“We need a break” is a phrase nobody wants to hear. But, as it turns out, a break is exactly what this country needs. We all need time to pause, reflect, and see what else is out there.

America is suffering from a travel deficit. The long-held American “work-hard, play-hard” mentality has evolved into a “work-hard, never stop” ethos, and this change comes at a high price.

Working hard

From 1978 to 2000, Americans took an average 20.3 days of vacation per year. Then, in 2000, our appetite for time off faltered, reflecting in a steady decline of vacation usage that bottomed out at an average16.0 days off in 2014.

Choosing not to travel is also choosing to miss out on the memories, moments, and experiences that define us.

While American desire for a break has slowly started to climb back with an average of 17.2 vacation days taken in 2017, research from Project: Time Off shows Americans still left more than 700 million vacation days unused last year. These days were amassed by the majority of Americans (52 percent) who fail to use the time off they earn.

What’s worse, of the 17.2 vacation days taken, less than half of those days were spent traveling. It follows that nine-in-ten Americans say they have not seen enough of their country, and that nearly a quarter have not taken a vacation in more than a year.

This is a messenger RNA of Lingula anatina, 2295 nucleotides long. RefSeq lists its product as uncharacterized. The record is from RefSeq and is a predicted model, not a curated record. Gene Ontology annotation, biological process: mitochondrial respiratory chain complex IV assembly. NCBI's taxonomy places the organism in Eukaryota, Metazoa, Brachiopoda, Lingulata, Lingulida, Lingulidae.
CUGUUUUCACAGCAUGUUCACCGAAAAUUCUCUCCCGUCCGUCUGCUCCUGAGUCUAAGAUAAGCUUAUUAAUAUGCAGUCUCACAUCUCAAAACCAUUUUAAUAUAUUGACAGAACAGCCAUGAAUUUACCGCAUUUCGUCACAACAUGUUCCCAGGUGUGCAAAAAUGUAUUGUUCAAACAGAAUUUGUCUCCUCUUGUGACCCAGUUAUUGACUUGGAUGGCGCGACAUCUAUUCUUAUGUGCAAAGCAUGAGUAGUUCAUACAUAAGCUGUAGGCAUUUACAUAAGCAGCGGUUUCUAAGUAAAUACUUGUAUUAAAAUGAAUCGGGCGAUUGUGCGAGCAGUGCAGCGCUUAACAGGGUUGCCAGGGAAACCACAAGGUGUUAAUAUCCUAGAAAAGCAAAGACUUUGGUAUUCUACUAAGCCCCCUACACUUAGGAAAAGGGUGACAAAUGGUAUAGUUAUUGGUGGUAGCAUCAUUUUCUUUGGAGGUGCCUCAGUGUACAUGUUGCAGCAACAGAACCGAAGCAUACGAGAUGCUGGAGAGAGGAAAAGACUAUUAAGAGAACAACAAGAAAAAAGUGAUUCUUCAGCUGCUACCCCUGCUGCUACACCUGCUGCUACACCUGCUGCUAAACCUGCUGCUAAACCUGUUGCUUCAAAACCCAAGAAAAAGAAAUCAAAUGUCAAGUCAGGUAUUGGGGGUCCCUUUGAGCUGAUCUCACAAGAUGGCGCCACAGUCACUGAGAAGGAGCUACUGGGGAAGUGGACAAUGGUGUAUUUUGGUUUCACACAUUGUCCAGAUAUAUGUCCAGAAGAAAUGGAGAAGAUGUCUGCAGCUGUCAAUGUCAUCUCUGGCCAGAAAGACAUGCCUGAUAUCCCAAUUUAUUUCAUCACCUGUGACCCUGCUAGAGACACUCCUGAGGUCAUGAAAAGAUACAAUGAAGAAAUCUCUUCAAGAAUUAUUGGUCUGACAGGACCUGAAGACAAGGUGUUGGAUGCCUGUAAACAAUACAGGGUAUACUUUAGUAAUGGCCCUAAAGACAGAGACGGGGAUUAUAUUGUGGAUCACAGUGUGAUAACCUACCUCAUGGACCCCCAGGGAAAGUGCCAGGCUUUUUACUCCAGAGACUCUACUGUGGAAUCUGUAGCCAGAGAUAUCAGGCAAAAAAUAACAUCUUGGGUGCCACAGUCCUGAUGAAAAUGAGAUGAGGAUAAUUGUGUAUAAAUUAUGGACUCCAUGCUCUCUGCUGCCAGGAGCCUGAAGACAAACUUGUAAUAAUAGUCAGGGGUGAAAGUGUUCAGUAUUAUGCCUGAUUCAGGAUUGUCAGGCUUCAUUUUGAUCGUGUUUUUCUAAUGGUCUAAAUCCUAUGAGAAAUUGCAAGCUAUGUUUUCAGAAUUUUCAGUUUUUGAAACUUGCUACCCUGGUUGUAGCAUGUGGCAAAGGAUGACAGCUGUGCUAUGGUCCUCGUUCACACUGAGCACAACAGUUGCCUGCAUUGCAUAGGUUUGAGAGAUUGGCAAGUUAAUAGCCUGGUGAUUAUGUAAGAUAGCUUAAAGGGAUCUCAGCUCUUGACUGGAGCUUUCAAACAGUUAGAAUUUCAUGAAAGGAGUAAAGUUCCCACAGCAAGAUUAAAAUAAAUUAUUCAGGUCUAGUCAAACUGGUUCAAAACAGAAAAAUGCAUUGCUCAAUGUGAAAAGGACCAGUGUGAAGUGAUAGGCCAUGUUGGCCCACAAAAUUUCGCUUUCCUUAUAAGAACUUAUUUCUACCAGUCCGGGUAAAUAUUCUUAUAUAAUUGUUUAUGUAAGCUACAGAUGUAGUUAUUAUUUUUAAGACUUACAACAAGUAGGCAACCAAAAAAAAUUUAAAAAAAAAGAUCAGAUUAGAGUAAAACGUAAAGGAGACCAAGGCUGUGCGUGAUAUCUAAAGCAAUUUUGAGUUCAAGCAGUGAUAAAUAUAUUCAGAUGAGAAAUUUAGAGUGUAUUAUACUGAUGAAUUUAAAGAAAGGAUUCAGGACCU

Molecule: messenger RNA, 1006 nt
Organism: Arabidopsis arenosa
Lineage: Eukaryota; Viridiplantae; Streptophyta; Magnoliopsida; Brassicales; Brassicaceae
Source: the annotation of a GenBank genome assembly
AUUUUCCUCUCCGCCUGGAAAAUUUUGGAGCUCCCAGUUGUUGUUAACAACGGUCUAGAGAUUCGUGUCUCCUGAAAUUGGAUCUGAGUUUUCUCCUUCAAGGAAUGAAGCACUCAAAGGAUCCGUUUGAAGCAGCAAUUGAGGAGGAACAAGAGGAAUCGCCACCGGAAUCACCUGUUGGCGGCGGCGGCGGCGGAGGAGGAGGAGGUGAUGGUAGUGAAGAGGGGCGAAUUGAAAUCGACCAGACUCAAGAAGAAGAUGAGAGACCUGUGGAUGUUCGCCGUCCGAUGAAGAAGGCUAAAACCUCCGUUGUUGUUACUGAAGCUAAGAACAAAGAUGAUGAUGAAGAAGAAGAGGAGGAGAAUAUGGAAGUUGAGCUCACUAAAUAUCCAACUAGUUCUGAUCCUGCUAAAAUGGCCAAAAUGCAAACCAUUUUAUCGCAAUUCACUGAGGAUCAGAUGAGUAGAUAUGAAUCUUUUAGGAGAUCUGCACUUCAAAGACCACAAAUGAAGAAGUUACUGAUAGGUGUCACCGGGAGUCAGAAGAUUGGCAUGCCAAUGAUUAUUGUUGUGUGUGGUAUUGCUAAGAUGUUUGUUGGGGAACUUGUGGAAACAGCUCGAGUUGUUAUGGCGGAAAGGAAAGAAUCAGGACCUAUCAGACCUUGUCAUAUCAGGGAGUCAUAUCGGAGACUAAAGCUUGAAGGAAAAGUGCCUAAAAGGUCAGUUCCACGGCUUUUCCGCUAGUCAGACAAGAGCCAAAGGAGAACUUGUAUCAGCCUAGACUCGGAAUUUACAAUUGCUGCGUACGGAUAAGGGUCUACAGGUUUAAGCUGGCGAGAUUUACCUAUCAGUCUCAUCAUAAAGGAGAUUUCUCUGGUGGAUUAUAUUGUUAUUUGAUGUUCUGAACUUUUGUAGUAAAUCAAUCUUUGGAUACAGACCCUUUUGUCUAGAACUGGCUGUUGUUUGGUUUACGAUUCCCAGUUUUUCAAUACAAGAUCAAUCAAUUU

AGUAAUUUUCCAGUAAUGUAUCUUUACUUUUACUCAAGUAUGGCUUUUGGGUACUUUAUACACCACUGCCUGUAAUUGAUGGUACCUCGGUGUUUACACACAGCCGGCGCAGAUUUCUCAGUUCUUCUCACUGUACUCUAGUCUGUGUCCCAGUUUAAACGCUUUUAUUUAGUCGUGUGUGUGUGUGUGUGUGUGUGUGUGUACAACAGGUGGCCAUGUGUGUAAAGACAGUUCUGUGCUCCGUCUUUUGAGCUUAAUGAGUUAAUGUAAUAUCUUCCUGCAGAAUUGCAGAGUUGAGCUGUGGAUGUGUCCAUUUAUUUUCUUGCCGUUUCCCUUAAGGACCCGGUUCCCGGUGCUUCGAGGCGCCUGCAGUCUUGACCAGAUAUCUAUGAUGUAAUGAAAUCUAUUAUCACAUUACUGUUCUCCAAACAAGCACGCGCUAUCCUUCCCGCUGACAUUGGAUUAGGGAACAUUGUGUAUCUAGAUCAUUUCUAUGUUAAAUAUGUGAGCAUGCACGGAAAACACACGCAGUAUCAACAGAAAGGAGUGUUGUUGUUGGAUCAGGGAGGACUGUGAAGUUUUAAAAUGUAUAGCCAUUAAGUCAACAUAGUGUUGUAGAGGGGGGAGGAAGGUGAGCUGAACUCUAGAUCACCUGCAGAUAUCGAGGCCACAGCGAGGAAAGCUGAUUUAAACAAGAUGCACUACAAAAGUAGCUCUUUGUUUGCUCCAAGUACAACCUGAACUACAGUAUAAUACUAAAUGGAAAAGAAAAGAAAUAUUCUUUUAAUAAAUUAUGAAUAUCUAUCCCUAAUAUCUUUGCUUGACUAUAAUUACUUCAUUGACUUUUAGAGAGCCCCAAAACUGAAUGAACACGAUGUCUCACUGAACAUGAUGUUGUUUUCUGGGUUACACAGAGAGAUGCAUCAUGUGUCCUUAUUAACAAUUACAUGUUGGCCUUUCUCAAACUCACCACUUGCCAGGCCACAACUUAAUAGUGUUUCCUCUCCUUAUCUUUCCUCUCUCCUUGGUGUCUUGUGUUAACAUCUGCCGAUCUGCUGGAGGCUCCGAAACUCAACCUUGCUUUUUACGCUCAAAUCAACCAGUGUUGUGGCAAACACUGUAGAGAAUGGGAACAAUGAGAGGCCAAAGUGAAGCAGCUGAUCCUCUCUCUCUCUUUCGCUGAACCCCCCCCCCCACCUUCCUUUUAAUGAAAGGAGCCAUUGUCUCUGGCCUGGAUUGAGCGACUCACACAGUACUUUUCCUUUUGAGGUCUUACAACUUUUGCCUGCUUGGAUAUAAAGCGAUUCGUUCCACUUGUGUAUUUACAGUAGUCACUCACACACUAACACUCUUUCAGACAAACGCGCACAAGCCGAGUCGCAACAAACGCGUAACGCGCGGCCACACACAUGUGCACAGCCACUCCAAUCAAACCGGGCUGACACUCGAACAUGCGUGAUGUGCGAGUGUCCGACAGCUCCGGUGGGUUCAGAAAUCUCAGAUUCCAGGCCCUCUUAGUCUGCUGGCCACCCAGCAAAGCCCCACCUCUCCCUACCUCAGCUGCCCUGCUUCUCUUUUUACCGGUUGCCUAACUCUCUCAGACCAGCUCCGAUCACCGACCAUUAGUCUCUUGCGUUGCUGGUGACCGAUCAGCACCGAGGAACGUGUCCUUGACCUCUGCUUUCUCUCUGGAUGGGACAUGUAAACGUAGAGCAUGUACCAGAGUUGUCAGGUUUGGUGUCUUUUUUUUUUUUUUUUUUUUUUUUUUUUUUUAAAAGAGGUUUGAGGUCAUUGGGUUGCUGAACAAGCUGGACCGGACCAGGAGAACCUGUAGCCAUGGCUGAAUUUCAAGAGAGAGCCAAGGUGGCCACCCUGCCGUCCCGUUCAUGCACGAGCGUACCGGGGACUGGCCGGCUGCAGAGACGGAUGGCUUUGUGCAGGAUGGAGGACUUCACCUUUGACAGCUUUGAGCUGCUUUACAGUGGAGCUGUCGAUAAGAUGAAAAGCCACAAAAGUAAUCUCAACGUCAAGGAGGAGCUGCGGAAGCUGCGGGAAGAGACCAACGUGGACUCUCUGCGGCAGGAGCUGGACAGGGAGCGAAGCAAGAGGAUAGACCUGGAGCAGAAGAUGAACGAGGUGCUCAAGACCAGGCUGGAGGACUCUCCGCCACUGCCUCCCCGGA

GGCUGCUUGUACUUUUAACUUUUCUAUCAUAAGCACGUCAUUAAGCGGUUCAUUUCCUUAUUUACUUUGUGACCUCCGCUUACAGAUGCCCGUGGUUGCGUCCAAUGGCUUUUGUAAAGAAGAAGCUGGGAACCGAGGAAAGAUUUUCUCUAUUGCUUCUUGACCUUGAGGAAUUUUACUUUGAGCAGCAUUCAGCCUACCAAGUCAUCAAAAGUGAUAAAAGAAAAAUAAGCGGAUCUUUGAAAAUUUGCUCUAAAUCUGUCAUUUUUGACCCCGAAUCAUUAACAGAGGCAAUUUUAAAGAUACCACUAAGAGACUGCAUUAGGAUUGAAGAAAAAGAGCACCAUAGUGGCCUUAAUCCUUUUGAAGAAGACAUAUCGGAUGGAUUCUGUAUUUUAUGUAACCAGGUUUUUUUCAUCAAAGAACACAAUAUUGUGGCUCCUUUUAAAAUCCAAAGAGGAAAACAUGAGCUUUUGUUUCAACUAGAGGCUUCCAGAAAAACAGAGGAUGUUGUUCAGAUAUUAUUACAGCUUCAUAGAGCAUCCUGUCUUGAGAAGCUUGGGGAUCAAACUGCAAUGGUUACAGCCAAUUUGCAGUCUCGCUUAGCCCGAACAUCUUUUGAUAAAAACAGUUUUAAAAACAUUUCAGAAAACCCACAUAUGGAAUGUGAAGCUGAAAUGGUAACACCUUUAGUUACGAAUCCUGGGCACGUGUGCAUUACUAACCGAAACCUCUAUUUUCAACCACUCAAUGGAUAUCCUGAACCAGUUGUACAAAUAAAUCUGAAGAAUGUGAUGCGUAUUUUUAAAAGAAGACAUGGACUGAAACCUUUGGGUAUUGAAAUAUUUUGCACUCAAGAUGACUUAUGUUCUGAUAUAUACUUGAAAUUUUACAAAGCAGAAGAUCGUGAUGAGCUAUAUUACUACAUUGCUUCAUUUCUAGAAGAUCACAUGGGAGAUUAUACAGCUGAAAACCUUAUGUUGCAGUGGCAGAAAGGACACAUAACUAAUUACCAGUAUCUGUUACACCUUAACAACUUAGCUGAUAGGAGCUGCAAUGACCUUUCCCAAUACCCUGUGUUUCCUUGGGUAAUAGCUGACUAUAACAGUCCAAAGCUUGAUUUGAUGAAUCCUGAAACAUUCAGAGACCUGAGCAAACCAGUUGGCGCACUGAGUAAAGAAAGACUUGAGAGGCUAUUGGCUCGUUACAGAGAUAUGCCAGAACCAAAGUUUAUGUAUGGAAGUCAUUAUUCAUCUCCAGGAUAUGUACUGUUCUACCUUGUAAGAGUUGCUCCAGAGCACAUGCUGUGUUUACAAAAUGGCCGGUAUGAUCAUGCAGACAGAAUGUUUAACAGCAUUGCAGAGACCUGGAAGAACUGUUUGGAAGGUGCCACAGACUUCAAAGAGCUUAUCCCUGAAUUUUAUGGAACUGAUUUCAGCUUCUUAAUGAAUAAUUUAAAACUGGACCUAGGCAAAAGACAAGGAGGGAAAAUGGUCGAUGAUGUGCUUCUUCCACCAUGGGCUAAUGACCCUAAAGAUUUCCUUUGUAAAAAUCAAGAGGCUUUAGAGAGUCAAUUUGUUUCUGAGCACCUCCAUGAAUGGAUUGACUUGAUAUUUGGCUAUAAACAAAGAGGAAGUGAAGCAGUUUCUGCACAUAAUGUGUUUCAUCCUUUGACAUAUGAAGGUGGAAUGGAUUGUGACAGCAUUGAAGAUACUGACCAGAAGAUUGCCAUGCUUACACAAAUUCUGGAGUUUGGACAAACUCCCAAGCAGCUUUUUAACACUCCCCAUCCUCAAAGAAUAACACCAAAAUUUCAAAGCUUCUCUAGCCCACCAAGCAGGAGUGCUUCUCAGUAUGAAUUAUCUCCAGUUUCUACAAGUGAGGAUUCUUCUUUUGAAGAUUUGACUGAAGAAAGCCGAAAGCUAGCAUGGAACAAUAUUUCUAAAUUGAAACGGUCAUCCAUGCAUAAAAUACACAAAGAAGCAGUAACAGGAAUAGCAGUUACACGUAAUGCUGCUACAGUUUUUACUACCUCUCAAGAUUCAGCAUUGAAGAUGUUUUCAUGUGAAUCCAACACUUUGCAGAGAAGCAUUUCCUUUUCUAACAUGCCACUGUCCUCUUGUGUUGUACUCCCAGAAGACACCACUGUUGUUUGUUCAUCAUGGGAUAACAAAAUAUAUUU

Travel benefits

Under-vacationed Americans need to understand the power of travel. Travel is how to get the most benefit out of vacation time. Americans who spend all or most of their vacation days on travel —  mega-travelers — report dramatically higher rates of happiness with their health, jobs, and relationships than those using little to none of their time for travel.

Travelers are also getting ahead at work. Mega-travelers are 18 percent more likely to have reported receiving a recent promotion compared to Americans who use little to none of their time to travel. Mega-travelers also report a higher likelihood of receiving a recent raise, bonus, or both than those who stay at home during their days off.

Choosing not to travel is also choosing to miss out on the memories, moments, and experiences that define us. That’s a choice I’m not willing to make anymore. It’s time to see what’s out there.